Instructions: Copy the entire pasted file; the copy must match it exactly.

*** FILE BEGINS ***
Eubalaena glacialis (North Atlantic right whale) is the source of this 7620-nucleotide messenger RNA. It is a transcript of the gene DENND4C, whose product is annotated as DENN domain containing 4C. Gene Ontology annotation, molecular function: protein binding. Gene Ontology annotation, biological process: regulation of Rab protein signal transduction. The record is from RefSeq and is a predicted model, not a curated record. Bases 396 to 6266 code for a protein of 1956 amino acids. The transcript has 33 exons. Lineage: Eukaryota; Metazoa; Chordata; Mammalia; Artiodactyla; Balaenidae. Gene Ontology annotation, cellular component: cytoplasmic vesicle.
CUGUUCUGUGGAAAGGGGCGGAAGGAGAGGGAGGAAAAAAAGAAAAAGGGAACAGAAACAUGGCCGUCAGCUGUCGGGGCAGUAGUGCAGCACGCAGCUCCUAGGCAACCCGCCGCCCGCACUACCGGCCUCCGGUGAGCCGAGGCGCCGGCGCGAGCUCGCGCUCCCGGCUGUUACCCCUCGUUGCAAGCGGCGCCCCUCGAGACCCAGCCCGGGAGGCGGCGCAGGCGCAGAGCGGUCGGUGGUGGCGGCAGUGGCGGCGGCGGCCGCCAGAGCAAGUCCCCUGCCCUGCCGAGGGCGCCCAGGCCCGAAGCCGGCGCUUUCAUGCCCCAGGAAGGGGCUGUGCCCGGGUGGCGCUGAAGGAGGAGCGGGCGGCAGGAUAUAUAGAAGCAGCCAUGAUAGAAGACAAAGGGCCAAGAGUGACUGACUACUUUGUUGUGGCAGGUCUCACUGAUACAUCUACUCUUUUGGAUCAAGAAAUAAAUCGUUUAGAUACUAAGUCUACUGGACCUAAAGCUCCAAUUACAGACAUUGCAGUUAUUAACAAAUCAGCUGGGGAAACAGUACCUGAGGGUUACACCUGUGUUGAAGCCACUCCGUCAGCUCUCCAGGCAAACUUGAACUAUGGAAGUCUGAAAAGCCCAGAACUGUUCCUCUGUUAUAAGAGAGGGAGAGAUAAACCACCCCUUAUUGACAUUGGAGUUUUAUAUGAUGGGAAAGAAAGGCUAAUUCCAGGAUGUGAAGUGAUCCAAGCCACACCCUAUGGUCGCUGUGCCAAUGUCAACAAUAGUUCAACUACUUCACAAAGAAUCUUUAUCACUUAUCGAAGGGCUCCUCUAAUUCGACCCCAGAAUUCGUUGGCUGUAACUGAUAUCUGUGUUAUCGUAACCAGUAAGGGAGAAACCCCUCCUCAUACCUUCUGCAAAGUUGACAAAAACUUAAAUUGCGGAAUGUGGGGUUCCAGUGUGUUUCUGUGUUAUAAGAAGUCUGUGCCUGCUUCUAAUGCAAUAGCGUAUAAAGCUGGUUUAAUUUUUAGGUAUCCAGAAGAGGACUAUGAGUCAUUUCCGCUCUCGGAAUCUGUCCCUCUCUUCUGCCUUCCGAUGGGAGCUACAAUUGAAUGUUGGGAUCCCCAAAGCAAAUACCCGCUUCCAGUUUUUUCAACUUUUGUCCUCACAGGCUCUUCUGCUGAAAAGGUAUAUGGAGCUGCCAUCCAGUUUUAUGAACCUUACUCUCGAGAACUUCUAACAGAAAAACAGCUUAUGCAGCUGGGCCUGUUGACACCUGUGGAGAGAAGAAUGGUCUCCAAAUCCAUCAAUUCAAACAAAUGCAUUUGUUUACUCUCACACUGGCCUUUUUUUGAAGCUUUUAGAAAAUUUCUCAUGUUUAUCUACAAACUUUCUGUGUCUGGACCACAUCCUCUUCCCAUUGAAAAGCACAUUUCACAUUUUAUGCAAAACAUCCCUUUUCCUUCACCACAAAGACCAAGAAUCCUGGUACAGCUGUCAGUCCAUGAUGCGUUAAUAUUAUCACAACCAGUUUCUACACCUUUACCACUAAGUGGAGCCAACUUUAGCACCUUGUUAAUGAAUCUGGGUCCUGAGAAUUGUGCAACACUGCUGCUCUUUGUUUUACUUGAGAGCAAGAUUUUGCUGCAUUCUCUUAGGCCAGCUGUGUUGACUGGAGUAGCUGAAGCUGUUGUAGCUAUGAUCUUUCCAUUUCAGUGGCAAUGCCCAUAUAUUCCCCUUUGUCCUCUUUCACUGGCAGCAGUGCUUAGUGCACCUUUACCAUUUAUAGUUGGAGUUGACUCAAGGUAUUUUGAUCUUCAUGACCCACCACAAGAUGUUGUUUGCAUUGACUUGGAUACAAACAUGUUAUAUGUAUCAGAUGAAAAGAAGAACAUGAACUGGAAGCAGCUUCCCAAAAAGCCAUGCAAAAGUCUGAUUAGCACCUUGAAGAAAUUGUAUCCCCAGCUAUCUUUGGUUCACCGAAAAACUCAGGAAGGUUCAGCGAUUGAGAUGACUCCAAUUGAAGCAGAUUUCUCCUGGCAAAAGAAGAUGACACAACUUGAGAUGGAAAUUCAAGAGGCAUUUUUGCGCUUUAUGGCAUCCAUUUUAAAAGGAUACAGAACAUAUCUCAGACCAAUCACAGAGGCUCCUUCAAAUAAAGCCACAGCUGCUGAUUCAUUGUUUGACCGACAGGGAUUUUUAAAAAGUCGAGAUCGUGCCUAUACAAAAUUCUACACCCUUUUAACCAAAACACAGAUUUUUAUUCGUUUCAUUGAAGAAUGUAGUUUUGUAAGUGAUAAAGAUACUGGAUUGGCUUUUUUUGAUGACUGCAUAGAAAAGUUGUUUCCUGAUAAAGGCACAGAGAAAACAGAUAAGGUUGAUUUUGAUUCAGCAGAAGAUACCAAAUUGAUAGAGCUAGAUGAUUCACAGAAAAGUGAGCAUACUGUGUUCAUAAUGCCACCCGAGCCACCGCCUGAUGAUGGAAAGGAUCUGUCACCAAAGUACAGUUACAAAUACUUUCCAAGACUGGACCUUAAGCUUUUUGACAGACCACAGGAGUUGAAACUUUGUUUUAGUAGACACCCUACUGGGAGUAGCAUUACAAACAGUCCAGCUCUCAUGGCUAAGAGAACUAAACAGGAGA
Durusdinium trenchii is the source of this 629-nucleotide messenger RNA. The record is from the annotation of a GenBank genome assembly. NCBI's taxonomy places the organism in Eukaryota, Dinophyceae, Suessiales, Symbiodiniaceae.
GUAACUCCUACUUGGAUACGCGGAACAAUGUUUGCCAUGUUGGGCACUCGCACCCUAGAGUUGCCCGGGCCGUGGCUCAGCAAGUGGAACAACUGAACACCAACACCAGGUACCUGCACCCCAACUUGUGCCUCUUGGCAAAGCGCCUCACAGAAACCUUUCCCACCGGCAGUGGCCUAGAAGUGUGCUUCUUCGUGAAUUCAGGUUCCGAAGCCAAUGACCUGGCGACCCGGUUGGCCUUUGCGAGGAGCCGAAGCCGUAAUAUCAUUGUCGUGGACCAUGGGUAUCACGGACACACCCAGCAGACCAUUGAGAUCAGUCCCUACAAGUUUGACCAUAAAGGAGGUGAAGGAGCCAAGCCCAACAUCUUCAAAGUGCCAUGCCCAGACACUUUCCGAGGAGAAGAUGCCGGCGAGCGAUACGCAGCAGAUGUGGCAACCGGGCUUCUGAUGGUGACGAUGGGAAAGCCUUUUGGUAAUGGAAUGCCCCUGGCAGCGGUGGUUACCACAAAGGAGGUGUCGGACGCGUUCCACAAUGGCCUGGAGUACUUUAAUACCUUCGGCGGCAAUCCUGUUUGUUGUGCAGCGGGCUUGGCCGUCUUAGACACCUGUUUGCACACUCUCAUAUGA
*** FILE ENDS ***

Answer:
Eubalaena glacialis (North Atlantic right whale) is the source of this 7620-nucleotide messenger RNA. It is a transcript of the gene DENND4C, whose product is annotated as DENN domain containing 4C. Gene Ontology annotation, molecular function: protein binding. Gene Ontology annotation, biological process: regulation of Rab protein signal transduction. The record is from RefSeq and is a predicted model, not a curated record. Bases 396 to 6266 code for a protein of 1956 amino acids. The transcript has 33 exons. Lineage: Eukaryota; Metazoa; Chordata; Mammalia; Artiodactyla; Balaenidae. Gene Ontology annotation, cellular component: cytoplasmic vesicle.
CUGUUCUGUGGAAAGGGGCGGAAGGAGAGGGAGGAAAAAAAGAAAAAGGGAACAGAAACAUGGCCGUCAGCUGUCGGGGCAGUAGUGCAGCACGCAGCUCCUAGGCAACCCGCCGCCCGCACUACCGGCCUCCGGUGAGCCGAGGCGCCGGCGCGAGCUCGCGCUCCCGGCUGUUACCCCUCGUUGCAAGCGGCGCCCCUCGAGACCCAGCCCGGGAGGCGGCGCAGGCGCAGAGCGGUCGGUGGUGGCGGCAGUGGCGGCGGCGGCCGCCAGAGCAAGUCCCCUGCCCUGCCGAGGGCGCCCAGGCCCGAAGCCGGCGCUUUCAUGCCCCAGGAAGGGGCUGUGCCCGGGUGGCGCUGAAGGAGGAGCGGGCGGCAGGAUAUAUAGAAGCAGCCAUGAUAGAAGACAAAGGGCCAAGAGUGACUGACUACUUUGUUGUGGCAGGUCUCACUGAUACAUCUACUCUUUUGGAUCAAGAAAUAAAUCGUUUAGAUACUAAGUCUACUGGACCUAAAGCUCCAAUUACAGACAUUGCAGUUAUUAACAAAUCAGCUGGGGAAACAGUACCUGAGGGUUACACCUGUGUUGAAGCCACUCCGUCAGCUCUCCAGGCAAACUUGAACUAUGGAAGUCUGAAAAGCCCAGAACUGUUCCUCUGUUAUAAGAGAGGGAGAGAUAAACCACCCCUUAUUGACAUUGGAGUUUUAUAUGAUGGGAAAGAAAGGCUAAUUCCAGGAUGUGAAGUGAUCCAAGCCACACCCUAUGGUCGCUGUGCCAAUGUCAACAAUAGUUCAACUACUUCACAAAGAAUCUUUAUCACUUAUCGAAGGGCUCCUCUAAUUCGACCCCAGAAUUCGUUGGCUGUAACUGAUAUCUGUGUUAUCGUAACCAGUAAGGGAGAAACCCCUCCUCAUACCUUCUGCAAAGUUGACAAAAACUUAAAUUGCGGAAUGUGGGGUUCCAGUGUGUUUCUGUGUUAUAAGAAGUCUGUGCCUGCUUCUAAUGCAAUAGCGUAUAAAGCUGGUUUAAUUUUUAGGUAUCCAGAAGAGGACUAUGAGUCAUUUCCGCUCUCGGAAUCUGUCCCUCUCUUCUGCCUUCCGAUGGGAGCUACAAUUGAAUGUUGGGAUCCCCAAAGCAAAUACCCGCUUCCAGUUUUUUCAACUUUUGUCCUCACAGGCUCUUCUGCUGAAAAGGUAUAUGGAGCUGCCAUCCAGUUUUAUGAACCUUACUCUCGAGAACUUCUAACAGAAAAACAGCUUAUGCAGCUGGGCCUGUUGACACCUGUGGAGAGAAGAAUGGUCUCCAAAUCCAUCAAUUCAAACAAAUGCAUUUGUUUACUCUCACACUGGCCUUUUUUUGAAGCUUUUAGAAAAUUUCUCAUGUUUAUCUACAAACUUUCUGUGUCUGGACCACAUCCUCUUCCCAUUGAAAAGCACAUUUCACAUUUUAUGCAAAACAUCCCUUUUCCUUCACCACAAAGACCAAGAAUCCUGGUACAGCUGUCAGUCCAUGAUGCGUUAAUAUUAUCACAACCAGUUUCUACACCUUUACCACUAAGUGGAGCCAACUUUAGCACCUUGUUAAUGAAUCUGGGUCCUGAGAAUUGUGCAACACUGCUGCUCUUUGUUUUACUUGAGAGCAAGAUUUUGCUGCAUUCUCUUAGGCCAGCUGUGUUGACUGGAGUAGCUGAAGCUGUUGUAGCUAUGAUCUUUCCAUUUCAGUGGCAAUGCCCAUAUAUUCCCCUUUGUCCUCUUUCACUGGCAGCAGUGCUUAGUGCACCUUUACCAUUUAUAGUUGGAGUUGACUCAAGGUAUUUUGAUCUUCAUGACCCACCACAAGAUGUUGUUUGCAUUGACUUGGAUACAAACAUGUUAUAUGUAUCAGAUGAAAAGAAGAACAUGAACUGGAAGCAGCUUCCCAAAAAGCCAUGCAAAAGUCUGAUUAGCACCUUGAAGAAAUUGUAUCCCCAGCUAUCUUUGGUUCACCGAAAAACUCAGGAAGGUUCAGCGAUUGAGAUGACUCCAAUUGAAGCAGAUUUCUCCUGGCAAAAGAAGAUGACACAACUUGAGAUGGAAAUUCAAGAGGCAUUUUUGCGCUUUAUGGCAUCCAUUUUAAAAGGAUACAGAACAUAUCUCAGACCAAUCACAGAGGCUCCUUCAAAUAAAGCCACAGCUGCUGAUUCAUUGUUUGACCGACAGGGAUUUUUAAAAAGUCGAGAUCGUGCCUAUACAAAAUUCUACACCCUUUUAACCAAAACACAGAUUUUUAUUCGUUUCAUUGAAGAAUGUAGUUUUGUAAGUGAUAAAGAUACUGGAUUGGCUUUUUUUGAUGACUGCAUAGAAAAGUUGUUUCCUGAUAAAGGCACAGAGAAAACAGAUAAGGUUGAUUUUGAUUCAGCAGAAGAUACCAAAUUGAUAGAGCUAGAUGAUUCACAGAAAAGUGAGCAUACUGUGUUCAUAAUGCCACCCGAGCCACCGCCUGAUGAUGGAAAGGAUCUGUCACCAAAGUACAGUUACAAAUACUUUCCAAGACUGGACCUUAAGCUUUUUGACAGACCACAGGAGUUGAAACUUUGUUUUAGUAGACACCCUACUGGGAGUAGCAUUACAAACAGUCCAGCUCUCAUGGCUAAGAGAACUAAACAGGAGA
Durusdinium trenchii is the source of this 629-nucleotide messenger RNA. The record is from the annotation of a GenBank genome assembly. NCBI's taxonomy places the organism in Eukaryota, Dinophyceae, Suessiales, Symbiodiniaceae.
GUAACUCCUACUUGGAUACGCGGAACAAUGUUUGCCAUGUUGGGCACUCGCACCCUAGAGUUGCCCGGGCCGUGGCUCAGCAAGUGGAACAACUGAACACCAACACCAGGUACCUGCACCCCAACUUGUGCCUCUUGGCAAAGCGCCUCACAGAAACCUUUCCCACCGGCAGUGGCCUAGAAGUGUGCUUCUUCGUGAAUUCAGGUUCCGAAGCCAAUGACCUGGCGACCCGGUUGGCCUUUGCGAGGAGCCGAAGCCGUAAUAUCAUUGUCGUGGACCAUGGGUAUCACGGACACACCCAGCAGACCAUUGAGAUCAGUCCCUACAAGUUUGACCAUAAAGGAGGUGAAGGAGCCAAGCCCAACAUCUUCAAAGUGCCAUGCCCAGACACUUUCCGAGGAGAAGAUGCCGGCGAGCGAUACGCAGCAGAUGUGGCAACCGGGCUUCUGAUGGUGACGAUGGGAAAGCCUUUUGGUAAUGGAAUGCCCCUGGCAGCGGUGGUUACCACAAAGGAGGUGUCGGACGCGUUCCACAAUGGCCUGGAGUACUUUAAUACCUUCGGCGGCAAUCCUGUUUGUUGUGCAGCGGGCUUGGCCGUCUUAGACACCUGUUUGCACACUCUCAUAUGA